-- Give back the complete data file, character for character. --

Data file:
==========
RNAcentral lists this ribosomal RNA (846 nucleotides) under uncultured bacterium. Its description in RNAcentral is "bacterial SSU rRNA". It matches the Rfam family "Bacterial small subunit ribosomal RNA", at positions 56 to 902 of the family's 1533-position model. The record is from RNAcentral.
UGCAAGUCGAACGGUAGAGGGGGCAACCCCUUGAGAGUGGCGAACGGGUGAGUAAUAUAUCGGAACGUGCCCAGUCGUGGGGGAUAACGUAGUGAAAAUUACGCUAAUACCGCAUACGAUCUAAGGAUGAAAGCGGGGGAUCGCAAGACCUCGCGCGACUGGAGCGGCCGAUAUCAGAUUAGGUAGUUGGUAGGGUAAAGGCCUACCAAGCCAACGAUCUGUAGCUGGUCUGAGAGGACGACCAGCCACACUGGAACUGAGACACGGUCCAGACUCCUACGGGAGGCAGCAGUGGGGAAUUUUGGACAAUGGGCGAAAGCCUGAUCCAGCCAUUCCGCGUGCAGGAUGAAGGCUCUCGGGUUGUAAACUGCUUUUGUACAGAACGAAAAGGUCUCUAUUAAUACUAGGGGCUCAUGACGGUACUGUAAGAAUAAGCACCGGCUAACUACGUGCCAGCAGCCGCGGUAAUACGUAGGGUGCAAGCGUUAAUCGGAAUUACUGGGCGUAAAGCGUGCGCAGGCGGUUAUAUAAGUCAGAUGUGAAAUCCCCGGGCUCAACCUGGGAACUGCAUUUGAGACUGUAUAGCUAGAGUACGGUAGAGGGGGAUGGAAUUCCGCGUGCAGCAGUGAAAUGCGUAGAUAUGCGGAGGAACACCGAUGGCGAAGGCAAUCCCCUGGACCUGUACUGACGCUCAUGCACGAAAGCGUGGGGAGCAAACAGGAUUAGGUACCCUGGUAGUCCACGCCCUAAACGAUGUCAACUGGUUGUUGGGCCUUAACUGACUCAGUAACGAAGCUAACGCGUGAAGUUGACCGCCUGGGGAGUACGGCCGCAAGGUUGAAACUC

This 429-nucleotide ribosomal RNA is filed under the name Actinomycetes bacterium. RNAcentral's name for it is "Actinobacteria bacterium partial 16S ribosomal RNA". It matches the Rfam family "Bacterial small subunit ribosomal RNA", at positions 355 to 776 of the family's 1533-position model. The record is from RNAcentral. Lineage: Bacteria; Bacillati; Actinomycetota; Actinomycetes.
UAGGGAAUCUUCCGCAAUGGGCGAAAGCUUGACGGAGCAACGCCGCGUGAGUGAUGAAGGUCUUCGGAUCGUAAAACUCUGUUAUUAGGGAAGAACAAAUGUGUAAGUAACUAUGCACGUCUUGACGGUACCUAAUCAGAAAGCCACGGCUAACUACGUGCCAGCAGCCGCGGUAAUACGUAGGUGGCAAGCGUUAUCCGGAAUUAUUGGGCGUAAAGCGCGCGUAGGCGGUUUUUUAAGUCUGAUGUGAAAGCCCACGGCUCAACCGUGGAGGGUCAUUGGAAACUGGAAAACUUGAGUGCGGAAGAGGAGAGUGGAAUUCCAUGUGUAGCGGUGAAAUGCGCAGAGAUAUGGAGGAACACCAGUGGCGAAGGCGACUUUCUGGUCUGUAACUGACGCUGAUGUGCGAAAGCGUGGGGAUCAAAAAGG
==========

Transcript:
RNAcentral lists this ribosomal RNA (846 nucleotides) under uncultured bacterium. Its description in RNAcentral is "bacterial SSU rRNA". It matches the Rfam family "Bacterial small subunit ribosomal RNA", at positions 56 to 902 of the family's 1533-position model. The record is from RNAcentral.
UGCAAGUCGAACGGUAGAGGGGGCAACCCCUUGAGAGUGGCGAACGGGUGAGUAAUAUAUCGGAACGUGCCCAGUCGUGGGGGAUAACGUAGUGAAAAUUACGCUAAUACCGCAUACGAUCUAAGGAUGAAAGCGGGGGAUCGCAAGACCUCGCGCGACUGGAGCGGCCGAUAUCAGAUUAGGUAGUUGGUAGGGUAAAGGCCUACCAAGCCAACGAUCUGUAGCUGGUCUGAGAGGACGACCAGCCACACUGGAACUGAGACACGGUCCAGACUCCUACGGGAGGCAGCAGUGGGGAAUUUUGGACAAUGGGCGAAAGCCUGAUCCAGCCAUUCCGCGUGCAGGAUGAAGGCUCUCGGGUUGUAAACUGCUUUUGUACAGAACGAAAAGGUCUCUAUUAAUACUAGGGGCUCAUGACGGUACUGUAAGAAUAAGCACCGGCUAACUACGUGCCAGCAGCCGCGGUAAUACGUAGGGUGCAAGCGUUAAUCGGAAUUACUGGGCGUAAAGCGUGCGCAGGCGGUUAUAUAAGUCAGAUGUGAAAUCCCCGGGCUCAACCUGGGAACUGCAUUUGAGACUGUAUAGCUAGAGUACGGUAGAGGGGGAUGGAAUUCCGCGUGCAGCAGUGAAAUGCGUAGAUAUGCGGAGGAACACCGAUGGCGAAGGCAAUCCCCUGGACCUGUACUGACGCUCAUGCACGAAAGCGUGGGGAGCAAACAGGAUUAGGUACCCUGGUAGUCCACGCCCUAAACGAUGUCAACUGGUUGUUGGGCCUUAACUGACUCAGUAACGAAGCUAACGCGUGAAGUUGACCGCCUGGGGAGUACGGCCGCAAGGUUGAAACUC

This 429-nucleotide ribosomal RNA is filed under the name Actinomycetes bacterium. RNAcentral's name for it is "Actinobacteria bacterium partial 16S ribosomal RNA". It matches the Rfam family "Bacterial small subunit ribosomal RNA", at positions 355 to 776 of the family's 1533-position model. The record is from RNAcentral. Lineage: Bacteria; Bacillati; Actinomycetota; Actinomycetes.
UAGGGAAUCUUCCGCAAUGGGCGAAAGCUUGACGGAGCAACGCCGCGUGAGUGAUGAAGGUCUUCGGAUCGUAAAACUCUGUUAUUAGGGAAGAACAAAUGUGUAAGUAACUAUGCACGUCUUGACGGUACCUAAUCAGAAAGCCACGGCUAACUACGUGCCAGCAGCCGCGGUAAUACGUAGGUGGCAAGCGUUAUCCGGAAUUAUUGGGCGUAAAGCGCGCGUAGGCGGUUUUUUAAGUCUGAUGUGAAAGCCCACGGCUCAACCGUGGAGGGUCAUUGGAAACUGGAAAACUUGAGUGCGGAAGAGGAGAGUGGAAUUCCAUGUGUAGCGGUGAAAUGCGCAGAGAUAUGGAGGAACACCAGUGGCGAAGGCGACUUUCUGGUCUGUAACUGACGCUGAUGUGCGAAAGCGUGGGGAUCAAAAAGG